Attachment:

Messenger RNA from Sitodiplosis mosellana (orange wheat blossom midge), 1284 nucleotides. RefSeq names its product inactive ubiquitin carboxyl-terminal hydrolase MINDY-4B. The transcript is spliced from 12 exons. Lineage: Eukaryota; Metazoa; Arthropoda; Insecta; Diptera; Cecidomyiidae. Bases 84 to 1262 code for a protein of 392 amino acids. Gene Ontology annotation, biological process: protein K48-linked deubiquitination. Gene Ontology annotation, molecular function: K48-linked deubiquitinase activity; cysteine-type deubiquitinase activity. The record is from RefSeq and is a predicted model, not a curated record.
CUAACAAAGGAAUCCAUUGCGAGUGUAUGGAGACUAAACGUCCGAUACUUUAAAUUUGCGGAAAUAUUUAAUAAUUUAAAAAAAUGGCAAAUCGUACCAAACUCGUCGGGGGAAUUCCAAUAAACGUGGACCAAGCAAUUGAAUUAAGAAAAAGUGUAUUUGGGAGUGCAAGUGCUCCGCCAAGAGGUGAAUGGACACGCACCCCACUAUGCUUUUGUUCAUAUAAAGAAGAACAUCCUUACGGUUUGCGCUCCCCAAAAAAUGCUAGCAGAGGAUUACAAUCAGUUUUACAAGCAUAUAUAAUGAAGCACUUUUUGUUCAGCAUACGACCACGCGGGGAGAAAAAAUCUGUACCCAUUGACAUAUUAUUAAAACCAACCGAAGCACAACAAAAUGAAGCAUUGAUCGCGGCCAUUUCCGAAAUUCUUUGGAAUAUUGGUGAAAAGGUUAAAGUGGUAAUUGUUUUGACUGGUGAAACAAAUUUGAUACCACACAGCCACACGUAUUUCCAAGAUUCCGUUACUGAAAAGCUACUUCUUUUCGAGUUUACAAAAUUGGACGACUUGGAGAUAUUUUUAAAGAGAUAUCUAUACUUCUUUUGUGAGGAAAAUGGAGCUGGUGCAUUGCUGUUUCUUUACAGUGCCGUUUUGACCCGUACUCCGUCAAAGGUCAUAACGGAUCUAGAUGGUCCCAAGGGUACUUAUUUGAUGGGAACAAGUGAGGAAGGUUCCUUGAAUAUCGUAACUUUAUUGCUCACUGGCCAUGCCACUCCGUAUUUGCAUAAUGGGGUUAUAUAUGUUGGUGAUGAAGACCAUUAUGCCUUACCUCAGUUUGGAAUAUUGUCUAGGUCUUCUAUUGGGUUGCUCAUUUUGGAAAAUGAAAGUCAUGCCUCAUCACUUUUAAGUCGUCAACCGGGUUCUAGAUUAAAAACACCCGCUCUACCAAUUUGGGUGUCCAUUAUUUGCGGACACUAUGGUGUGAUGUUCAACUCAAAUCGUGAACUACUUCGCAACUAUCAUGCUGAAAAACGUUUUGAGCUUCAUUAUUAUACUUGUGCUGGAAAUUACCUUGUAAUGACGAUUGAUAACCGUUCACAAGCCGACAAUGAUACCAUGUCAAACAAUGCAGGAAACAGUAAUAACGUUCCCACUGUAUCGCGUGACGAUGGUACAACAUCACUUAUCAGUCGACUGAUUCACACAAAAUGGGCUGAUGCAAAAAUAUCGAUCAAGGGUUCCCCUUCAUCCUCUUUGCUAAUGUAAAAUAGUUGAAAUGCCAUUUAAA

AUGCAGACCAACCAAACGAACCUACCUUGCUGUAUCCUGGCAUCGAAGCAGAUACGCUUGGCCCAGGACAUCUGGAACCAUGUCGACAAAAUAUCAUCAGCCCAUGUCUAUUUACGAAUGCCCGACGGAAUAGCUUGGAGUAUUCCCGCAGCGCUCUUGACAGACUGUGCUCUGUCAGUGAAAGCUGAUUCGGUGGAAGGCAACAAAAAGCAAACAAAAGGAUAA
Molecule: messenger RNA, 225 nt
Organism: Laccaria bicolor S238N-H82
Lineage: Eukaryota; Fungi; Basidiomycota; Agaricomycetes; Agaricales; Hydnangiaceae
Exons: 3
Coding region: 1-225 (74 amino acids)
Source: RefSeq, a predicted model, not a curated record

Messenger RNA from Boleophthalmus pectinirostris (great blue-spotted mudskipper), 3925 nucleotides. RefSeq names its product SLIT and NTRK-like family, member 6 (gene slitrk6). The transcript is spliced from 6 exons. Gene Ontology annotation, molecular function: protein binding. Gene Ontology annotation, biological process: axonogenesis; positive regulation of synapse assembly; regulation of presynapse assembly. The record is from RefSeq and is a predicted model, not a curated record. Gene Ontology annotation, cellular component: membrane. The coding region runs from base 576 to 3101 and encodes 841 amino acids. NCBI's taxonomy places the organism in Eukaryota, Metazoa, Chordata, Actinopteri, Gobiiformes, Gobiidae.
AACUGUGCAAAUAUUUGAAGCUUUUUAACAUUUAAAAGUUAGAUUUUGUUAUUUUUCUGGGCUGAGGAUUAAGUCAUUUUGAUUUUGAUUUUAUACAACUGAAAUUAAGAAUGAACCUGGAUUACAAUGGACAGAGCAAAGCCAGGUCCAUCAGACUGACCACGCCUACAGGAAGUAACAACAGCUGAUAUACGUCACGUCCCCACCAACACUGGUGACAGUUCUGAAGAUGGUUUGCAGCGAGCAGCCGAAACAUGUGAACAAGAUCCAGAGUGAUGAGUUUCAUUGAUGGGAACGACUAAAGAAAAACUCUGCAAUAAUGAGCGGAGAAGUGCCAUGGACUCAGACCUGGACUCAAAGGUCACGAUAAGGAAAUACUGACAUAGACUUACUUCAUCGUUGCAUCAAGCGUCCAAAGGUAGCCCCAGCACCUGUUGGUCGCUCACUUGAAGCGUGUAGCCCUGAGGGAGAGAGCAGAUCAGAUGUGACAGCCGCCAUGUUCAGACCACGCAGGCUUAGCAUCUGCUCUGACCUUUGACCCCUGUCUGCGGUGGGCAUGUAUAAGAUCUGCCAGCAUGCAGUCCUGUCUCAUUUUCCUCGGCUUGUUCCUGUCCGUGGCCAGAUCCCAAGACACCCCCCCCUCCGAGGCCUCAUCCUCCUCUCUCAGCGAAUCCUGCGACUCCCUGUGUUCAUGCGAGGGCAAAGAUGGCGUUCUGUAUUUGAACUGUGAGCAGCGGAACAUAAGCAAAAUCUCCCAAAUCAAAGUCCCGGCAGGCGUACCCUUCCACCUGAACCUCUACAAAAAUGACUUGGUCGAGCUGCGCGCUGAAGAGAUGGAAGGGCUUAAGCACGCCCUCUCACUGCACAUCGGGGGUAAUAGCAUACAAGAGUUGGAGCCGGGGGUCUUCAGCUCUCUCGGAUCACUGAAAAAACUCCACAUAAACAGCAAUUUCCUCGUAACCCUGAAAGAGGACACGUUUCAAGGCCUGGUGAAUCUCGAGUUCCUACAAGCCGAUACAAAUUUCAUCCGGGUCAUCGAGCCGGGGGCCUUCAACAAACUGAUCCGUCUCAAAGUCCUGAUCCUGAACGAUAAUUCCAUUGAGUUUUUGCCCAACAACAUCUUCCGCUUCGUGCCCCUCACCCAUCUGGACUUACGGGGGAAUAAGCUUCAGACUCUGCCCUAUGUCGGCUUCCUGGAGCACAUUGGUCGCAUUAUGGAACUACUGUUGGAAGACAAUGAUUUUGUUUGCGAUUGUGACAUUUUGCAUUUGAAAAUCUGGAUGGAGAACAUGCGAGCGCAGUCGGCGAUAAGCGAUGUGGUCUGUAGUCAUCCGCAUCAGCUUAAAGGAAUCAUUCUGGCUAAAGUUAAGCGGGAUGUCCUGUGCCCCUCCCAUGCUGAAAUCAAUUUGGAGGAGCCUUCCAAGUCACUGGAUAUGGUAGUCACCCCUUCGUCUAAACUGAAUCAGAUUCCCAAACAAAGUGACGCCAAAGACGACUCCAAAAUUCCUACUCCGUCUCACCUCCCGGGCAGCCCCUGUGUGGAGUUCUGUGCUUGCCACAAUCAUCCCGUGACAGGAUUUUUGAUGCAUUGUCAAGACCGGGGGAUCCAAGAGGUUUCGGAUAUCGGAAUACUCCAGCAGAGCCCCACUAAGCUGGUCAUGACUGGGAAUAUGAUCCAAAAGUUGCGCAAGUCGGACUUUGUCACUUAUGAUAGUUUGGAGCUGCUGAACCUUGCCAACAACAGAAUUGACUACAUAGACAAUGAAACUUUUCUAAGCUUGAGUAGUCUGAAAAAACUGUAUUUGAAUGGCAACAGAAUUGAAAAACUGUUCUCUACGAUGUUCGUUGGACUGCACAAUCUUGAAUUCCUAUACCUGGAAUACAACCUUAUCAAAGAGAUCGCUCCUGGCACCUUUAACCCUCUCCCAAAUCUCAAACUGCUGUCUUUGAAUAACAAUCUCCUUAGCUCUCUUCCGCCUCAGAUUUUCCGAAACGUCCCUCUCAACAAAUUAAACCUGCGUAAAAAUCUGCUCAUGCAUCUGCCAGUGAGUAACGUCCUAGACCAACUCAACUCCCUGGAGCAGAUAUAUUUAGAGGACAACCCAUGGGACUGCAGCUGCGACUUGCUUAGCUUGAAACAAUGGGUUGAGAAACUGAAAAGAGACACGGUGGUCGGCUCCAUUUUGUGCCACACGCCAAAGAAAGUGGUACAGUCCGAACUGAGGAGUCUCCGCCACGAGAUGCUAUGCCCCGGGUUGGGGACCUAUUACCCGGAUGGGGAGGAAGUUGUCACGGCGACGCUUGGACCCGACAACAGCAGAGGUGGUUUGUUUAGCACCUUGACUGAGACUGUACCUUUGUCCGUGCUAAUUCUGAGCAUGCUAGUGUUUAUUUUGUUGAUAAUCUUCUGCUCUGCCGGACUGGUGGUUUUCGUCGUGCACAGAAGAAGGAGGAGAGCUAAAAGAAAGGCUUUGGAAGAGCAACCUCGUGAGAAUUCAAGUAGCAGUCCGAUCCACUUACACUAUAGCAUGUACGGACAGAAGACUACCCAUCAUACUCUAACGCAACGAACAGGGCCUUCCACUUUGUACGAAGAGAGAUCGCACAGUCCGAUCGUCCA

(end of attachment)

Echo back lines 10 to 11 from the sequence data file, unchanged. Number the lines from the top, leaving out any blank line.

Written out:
Messenger RNA from Boleophthalmus pectinirostris (great blue-spotted mudskipper), 3925 nucleotides. RefSeq names its product SLIT and NTRK-like family, member 6 (gene slitrk6). The transcript is spliced from 6 exons. Gene Ontology annotation, molecular function: protein binding. Gene Ontology annotation, biological process: axonogenesis; positive regulation of synapse assembly; regulation of presynapse assembly. The record is from RefSeq and is a predicted model, not a curated record. Gene Ontology annotation, cellular component: membrane. The coding region runs from base 576 to 3101 and encodes 841 amino acids. NCBI's taxonomy places the organism in Eukaryota, Metazoa, Chordata, Actinopteri, Gobiiformes, Gobiidae.
AACUGUGCAAAUAUUUGAAGCUUUUUAACAUUUAAAAGUUAGAUUUUGUUAUUUUUCUGGGCUGAGGAUUAAGUCAUUUUGAUUUUGAUUUUAUACAACUGAAAUUAAGAAUGAACCUGGAUUACAAUGGACAGAGCAAAGCCAGGUCCAUCAGACUGACCACGCCUACAGGAAGUAACAACAGCUGAUAUACGUCACGUCCCCACCAACACUGGUGACAGUUCUGAAGAUGGUUUGCAGCGAGCAGCCGAAACAUGUGAACAAGAUCCAGAGUGAUGAGUUUCAUUGAUGGGAACGACUAAAGAAAAACUCUGCAAUAAUGAGCGGAGAAGUGCCAUGGACUCAGACCUGGACUCAAAGGUCACGAUAAGGAAAUACUGACAUAGACUUACUUCAUCGUUGCAUCAAGCGUCCAAAGGUAGCCCCAGCACCUGUUGGUCGCUCACUUGAAGCGUGUAGCCCUGAGGGAGAGAGCAGAUCAGAUGUGACAGCCGCCAUGUUCAGACCACGCAGGCUUAGCAUCUGCUCUGACCUUUGACCCCUGUCUGCGGUGGGCAUGUAUAAGAUCUGCCAGCAUGCAGUCCUGUCUCAUUUUCCUCGGCUUGUUCCUGUCCGUGGCCAGAUCCCAAGACACCCCCCCCUCCGAGGCCUCAUCCUCCUCUCUCAGCGAAUCCUGCGACUCCCUGUGUUCAUGCGAGGGCAAAGAUGGCGUUCUGUAUUUGAACUGUGAGCAGCGGAACAUAAGCAAAAUCUCCCAAAUCAAAGUCCCGGCAGGCGUACCCUUCCACCUGAACCUCUACAAAAAUGACUUGGUCGAGCUGCGCGCUGAAGAGAUGGAAGGGCUUAAGCACGCCCUCUCACUGCACAUCGGGGGUAAUAGCAUACAAGAGUUGGAGCCGGGGGUCUUCAGCUCUCUCGGAUCACUGAAAAAACUCCACAUAAACAGCAAUUUCCUCGUAACCCUGAAAGAGGACACGUUUCAAGGCCUGGUGAAUCUCGAGUUCCUACAAGCCGAUACAAAUUUCAUCCGGGUCAUCGAGCCGGGGGCCUUCAACAAACUGAUCCGUCUCAAAGUCCUGAUCCUGAACGAUAAUUCCAUUGAGUUUUUGCCCAACAACAUCUUCCGCUUCGUGCCCCUCACCCAUCUGGACUUACGGGGGAAUAAGCUUCAGACUCUGCCCUAUGUCGGCUUCCUGGAGCACAUUGGUCGCAUUAUGGAACUACUGUUGGAAGACAAUGAUUUUGUUUGCGAUUGUGACAUUUUGCAUUUGAAAAUCUGGAUGGAGAACAUGCGAGCGCAGUCGGCGAUAAGCGAUGUGGUCUGUAGUCAUCCGCAUCAGCUUAAAGGAAUCAUUCUGGCUAAAGUUAAGCGGGAUGUCCUGUGCCCCUCCCAUGCUGAAAUCAAUUUGGAGGAGCCUUCCAAGUCACUGGAUAUGGUAGUCACCCCUUCGUCUAAACUGAAUCAGAUUCCCAAACAAAGUGACGCCAAAGACGACUCCAAAAUUCCUACUCCGUCUCACCUCCCGGGCAGCCCCUGUGUGGAGUUCUGUGCUUGCCACAAUCAUCCCGUGACAGGAUUUUUGAUGCAUUGUCAAGACCGGGGGAUCCAAGAGGUUUCGGAUAUCGGAAUACUCCAGCAGAGCCCCACUAAGCUGGUCAUGACUGGGAAUAUGAUCCAAAAGUUGCGCAAGUCGGACUUUGUCACUUAUGAUAGUUUGGAGCUGCUGAACCUUGCCAACAACAGAAUUGACUACAUAGACAAUGAAACUUUUCUAAGCUUGAGUAGUCUGAAAAAACUGUAUUUGAAUGGCAACAGAAUUGAAAAACUGUUCUCUACGAUGUUCGUUGGACUGCACAAUCUUGAAUUCCUAUACCUGGAAUACAACCUUAUCAAAGAGAUCGCUCCUGGCACCUUUAACCCUCUCCCAAAUCUCAAACUGCUGUCUUUGAAUAACAAUCUCCUUAGCUCUCUUCCGCCUCAGAUUUUCCGAAACGUCCCUCUCAACAAAUUAAACCUGCGUAAAAAUCUGCUCAUGCAUCUGCCAGUGAGUAACGUCCUAGACCAACUCAACUCCCUGGAGCAGAUAUAUUUAGAGGACAACCCAUGGGACUGCAGCUGCGACUUGCUUAGCUUGAAACAAUGGGUUGAGAAACUGAAAAGAGACACGGUGGUCGGCUCCAUUUUGUGCCACACGCCAAAGAAAGUGGUACAGUCCGAACUGAGGAGUCUCCGCCACGAGAUGCUAUGCCCCGGGUUGGGGACCUAUUACCCGGAUGGGGAGGAAGUUGUCACGGCGACGCUUGGACCCGACAACAGCAGAGGUGGUUUGUUUAGCACCUUGACUGAGACUGUACCUUUGUCCGUGCUAAUUCUGAGCAUGCUAGUGUUUAUUUUGUUGAUAAUCUUCUGCUCUGCCGGACUGGUGGUUUUCGUCGUGCACAGAAGAAGGAGGAGAGCUAAAAGAAAGGCUUUGGAAGAGCAACCUCGUGAGAAUUCAAGUAGCAGUCCGAUCCACUUACACUAUAGCAUGUACGGACAGAAGACUACCCAUCAUACUCUAACGCAACGAACAGGGCCUUCCACUUUGUACGAAGAGAGAUCGCACAGUCCGAUCGUCCA